Drugs and Society

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Author:
acirerica
ID:
182441
Filename:
Drugs and Society
Updated:
2012-11-08 02:23:02
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Sedative hypnotics
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test 2
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  1. two main groups of sedative-hypnotics
    benzodiazepines and the barbiturates
  2. prescribed to
    • control neurotic reactions
    • control anxiety
    • hypertension
    • reduce seizure activity
    • induce sleep
  3. sedatives
    produce a calming effect on mood and behavior and are often prescriobed to reduce anxiety
  4. hypnotics
    are short acting drugs designed to induce sleep
  5. sedative-hypnotic drugs bind to receptors for the neurotransmitter
    GABA and enhance the receptors response to GABA which is called the brains natural or endogenous sedative. neurons that release GABA play an important role in preventing regions of the brain from becoming over excited
  6. since sedative-hypnotics increase teh effects of
    GABA on target neurons these drugs can reduce the activity of neurons in brain regions that generate anxiety the relief from tension and anxiety produces a state of euphoria which can lead to abuse and addiction it also increases the release of dopamine by neuons int he reward/pleasure circuit
  7. Choral Hydrate
    was sold in drug stores as btha a sedative and hypnotic in 1869. it was slipped into drinks (giving someone a Mickey Finn)
  8. Barbiturates
    first developed at en of the 19th century thought of as alchohol in a pill
  9. Examples of Barbiturates
    Phenobarbital a slow acting drug whose effects can last for 12-24 hours
  10. First benzodiazepines to be manufactured and marketed on a large scale
    • Chlordiazepoxide (librium)
    • Diazeam (valium)
  11. Benzodiazepines are used to treat
    • symptoms of anxiety and panic disorders
    • anxiety in surgical patients
    • sleep disorders
    • spasms and seizures
  12. the most widely prescribed benzodiazepines are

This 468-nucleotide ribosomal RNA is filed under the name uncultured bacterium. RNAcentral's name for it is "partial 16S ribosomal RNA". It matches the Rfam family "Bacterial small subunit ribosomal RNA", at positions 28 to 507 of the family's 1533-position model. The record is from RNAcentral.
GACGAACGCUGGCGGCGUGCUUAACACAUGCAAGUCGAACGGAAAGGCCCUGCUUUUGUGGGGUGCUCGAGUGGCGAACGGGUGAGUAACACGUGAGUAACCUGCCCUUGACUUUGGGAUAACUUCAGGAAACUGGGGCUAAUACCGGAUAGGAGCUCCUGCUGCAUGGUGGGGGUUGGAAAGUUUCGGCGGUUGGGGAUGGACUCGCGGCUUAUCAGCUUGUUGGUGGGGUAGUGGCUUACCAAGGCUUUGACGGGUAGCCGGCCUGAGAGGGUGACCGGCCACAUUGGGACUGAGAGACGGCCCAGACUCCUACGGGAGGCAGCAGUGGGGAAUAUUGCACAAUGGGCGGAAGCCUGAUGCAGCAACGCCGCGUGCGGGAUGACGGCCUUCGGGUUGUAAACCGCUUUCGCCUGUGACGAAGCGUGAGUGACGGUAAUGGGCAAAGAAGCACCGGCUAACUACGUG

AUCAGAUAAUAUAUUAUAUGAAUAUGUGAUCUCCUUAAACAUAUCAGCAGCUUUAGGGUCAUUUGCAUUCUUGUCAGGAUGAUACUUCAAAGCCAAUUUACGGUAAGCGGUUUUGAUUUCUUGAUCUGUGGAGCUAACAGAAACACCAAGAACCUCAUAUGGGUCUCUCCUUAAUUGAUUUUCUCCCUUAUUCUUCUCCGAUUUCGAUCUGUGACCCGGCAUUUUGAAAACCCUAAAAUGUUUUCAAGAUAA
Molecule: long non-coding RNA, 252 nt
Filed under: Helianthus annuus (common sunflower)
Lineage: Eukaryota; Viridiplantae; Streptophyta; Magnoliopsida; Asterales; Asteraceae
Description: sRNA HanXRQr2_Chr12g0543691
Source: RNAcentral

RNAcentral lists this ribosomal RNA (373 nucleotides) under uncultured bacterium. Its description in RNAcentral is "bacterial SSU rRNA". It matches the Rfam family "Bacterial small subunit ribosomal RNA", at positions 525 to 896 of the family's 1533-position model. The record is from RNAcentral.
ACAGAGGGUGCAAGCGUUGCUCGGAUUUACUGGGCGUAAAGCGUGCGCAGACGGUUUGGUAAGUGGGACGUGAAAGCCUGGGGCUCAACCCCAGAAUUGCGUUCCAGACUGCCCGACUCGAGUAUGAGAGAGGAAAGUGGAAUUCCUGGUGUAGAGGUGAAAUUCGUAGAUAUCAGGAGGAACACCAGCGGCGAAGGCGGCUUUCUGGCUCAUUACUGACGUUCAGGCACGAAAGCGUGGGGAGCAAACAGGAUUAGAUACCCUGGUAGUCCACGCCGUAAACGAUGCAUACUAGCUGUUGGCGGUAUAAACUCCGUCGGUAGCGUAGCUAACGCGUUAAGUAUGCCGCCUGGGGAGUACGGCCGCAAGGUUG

• Alprazolam (xanax)
    • Lorazipam (Ativan)
    • Diazepam (valium)
  13. Nonmedical use
    often abused in combination with alcohol or by stimulant abusers to help the come down from excess stimulation
  14. Tolerance
    develps as teh liver becomes mor efficient in processing the drug. for older patients the liver does not process teh drug as quickly and this can lead to over medication for the elderly
  15. The benzodiazepine ______ has been associated with this form of date rape
    • rohypnol
    • in 1996 the FDA banned all imports of this drug
  16. Withdrawal symptoms
    • insomnia
    • tramors
    • rebound anxiety
    • a patient should never abruptly stop taking their medication and should follw thier doctor's instructions for slowing reducing dosages over time
  17. overdose
    is more likely to occur when benzodiazepines are combined with other downers epecially alcohol.
  18. overdose symptoms
    • extreme drowsiness and loss of consciousness
    • slow shallow breathing
    • slowing heart rate
    • reduced blood pressure
    • coma or death can occur without immediate medical assistance and intervention
  19. GHB (Gamma Hydroxybutyrate
    used as leep inducerin the 1960s because it is thought ot increase levels of human growht hormone it was promoted by body builders. gained popularity as a club drug to enhance the effects of alcohol and ecstasy.
  20. Z-hypnotics
    • Zaleplon (sonata)
    • Zopiclone (imovane)
    • Zolpidem (ambien)
  21. Syergism
    don't mix drugs. if more than one downer drug is used the poly drug cmbination can cause a much grater reaction than simply the sum of the effects.

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